Installation of NatureGuard® cellulose insulation
Cellulose insulation has been the darling of the green building movement because of its recycled content, low embodied energy, low-tech processing, and excellent energy conservation performance. But concerns are also raised about health risks for cellulose installers and occupants of cellulose-insulated buildings. In fact, some healthy home advocates strongly discourage its use. Should we be recommending cellulose to our clients? If so, on what basis? If not, why—what are its drawbacks? EBN
took an in-depth look at these questions, and we report here on our findings.Cellulose insulation is a fairly simple material produced from one of our biggest solid-waste products: newspaper. The 70 to 80 cellulose insulation manufacturers in North America purchase old newspaper that has been collected through recycling programs. There are two stages of production, according to Doug Leuthold of Advanced Fiber Technology, a company that makes cellulose insulation manufacturing equipment. In the first, the newspaper is chopped into pieces from one to several inches in diameter. The second stage (finishing mill) differs considerably from one manufacturer to another. The oldest and most common finishing mill is a hammer mill in which swinging metal plates attached to a rotating shaft beat the newspaper in a chamber until the pieces are small enough to fall through a screen. The maximum size of cellulose particles produced in the hammer mill is typically 3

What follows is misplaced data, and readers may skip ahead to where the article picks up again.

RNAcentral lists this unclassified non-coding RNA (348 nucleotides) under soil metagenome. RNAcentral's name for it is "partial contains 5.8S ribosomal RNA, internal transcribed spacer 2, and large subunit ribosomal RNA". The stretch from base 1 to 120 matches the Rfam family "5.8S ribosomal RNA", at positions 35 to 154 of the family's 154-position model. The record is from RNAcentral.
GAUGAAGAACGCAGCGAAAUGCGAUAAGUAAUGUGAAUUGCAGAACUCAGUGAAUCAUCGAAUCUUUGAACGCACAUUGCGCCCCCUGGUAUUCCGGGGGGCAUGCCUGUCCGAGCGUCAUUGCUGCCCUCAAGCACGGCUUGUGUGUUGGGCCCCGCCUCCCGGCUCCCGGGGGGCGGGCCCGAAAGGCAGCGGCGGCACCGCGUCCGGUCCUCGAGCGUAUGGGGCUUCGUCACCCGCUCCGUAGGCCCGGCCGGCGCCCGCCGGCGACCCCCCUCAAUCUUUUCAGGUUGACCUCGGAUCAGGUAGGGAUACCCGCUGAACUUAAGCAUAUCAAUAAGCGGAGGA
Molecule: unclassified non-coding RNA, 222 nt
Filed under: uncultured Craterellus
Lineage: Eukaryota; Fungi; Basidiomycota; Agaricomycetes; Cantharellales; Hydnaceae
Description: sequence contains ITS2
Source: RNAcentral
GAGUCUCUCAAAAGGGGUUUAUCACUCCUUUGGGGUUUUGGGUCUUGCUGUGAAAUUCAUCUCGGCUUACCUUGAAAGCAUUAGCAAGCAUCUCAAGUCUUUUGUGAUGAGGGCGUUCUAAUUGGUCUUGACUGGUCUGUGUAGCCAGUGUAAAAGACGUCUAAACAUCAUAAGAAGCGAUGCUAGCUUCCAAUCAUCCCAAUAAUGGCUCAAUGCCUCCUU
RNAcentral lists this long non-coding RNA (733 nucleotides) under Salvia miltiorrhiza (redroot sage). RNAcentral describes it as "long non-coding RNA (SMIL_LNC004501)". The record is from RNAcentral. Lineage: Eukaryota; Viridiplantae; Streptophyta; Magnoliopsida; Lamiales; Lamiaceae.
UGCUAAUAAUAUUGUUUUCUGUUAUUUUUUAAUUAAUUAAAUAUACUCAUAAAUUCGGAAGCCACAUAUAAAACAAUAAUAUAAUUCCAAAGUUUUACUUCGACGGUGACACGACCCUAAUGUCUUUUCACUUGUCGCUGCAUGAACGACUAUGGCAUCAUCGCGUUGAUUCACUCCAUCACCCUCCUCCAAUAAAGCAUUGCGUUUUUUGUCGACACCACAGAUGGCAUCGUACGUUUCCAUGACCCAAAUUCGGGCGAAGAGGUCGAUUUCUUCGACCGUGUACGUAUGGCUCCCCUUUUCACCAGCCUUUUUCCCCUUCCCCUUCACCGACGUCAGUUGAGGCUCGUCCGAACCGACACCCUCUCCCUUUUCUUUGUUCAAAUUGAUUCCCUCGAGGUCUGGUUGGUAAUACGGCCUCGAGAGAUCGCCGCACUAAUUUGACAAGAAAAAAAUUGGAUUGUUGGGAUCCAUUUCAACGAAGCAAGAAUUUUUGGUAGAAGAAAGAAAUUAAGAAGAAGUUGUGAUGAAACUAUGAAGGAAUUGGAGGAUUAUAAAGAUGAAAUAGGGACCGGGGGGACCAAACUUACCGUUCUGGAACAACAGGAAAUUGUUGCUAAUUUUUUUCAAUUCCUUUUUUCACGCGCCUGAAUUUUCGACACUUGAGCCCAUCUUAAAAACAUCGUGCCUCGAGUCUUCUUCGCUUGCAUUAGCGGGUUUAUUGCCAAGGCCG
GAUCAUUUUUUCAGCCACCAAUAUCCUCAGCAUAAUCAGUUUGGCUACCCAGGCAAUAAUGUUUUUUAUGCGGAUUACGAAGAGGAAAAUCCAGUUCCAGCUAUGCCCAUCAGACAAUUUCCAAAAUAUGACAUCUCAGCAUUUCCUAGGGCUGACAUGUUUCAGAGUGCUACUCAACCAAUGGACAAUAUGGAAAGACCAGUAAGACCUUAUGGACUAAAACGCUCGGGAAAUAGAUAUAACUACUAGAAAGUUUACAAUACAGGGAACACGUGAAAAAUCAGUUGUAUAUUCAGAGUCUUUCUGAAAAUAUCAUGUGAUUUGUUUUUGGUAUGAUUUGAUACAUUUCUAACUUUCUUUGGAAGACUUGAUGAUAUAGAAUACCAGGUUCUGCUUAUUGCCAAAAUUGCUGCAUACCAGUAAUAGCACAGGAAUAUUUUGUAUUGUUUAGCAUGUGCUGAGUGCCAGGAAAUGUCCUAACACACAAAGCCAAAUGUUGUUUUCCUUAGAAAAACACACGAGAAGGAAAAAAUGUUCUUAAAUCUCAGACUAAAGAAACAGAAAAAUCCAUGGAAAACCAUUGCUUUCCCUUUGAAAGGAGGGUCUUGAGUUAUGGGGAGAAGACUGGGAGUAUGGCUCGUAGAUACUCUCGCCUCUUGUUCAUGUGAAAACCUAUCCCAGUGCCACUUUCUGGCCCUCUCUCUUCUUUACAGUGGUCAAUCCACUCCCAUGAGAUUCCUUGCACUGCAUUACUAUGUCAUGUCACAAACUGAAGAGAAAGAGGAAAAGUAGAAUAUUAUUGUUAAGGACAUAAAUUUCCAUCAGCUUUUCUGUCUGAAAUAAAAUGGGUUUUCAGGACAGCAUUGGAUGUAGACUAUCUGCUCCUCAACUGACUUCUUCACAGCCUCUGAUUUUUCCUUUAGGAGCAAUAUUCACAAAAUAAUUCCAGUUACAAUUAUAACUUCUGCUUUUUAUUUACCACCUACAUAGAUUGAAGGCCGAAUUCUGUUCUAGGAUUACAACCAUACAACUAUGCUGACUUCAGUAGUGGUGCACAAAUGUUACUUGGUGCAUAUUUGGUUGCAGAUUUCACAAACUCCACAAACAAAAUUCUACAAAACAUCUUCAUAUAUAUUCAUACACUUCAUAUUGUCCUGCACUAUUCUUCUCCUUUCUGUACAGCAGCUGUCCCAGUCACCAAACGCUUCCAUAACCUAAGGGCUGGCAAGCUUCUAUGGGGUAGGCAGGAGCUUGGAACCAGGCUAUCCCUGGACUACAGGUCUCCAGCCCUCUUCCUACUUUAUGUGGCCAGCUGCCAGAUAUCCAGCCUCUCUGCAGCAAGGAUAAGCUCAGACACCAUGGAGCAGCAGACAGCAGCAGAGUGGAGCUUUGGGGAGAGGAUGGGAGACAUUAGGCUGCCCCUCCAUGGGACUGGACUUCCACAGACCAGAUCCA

” to 1
”. Disk refiners are a little different; the chopped newspaper is shredded as it falls between two rotating plates. A third, newer, process is known as fiberization. Instead of cutting the paper, fiberization actually disaggregates it back into individual fibers. In the fiberization process developed by AFT, high-pressure air is used to “blow particles apart,” says Leuthold. “You end up with a fluffy product that looks like the padding in disposable diapers, except that it’s gray.” Fiberization produces lower-density cellulose with a number of advantages.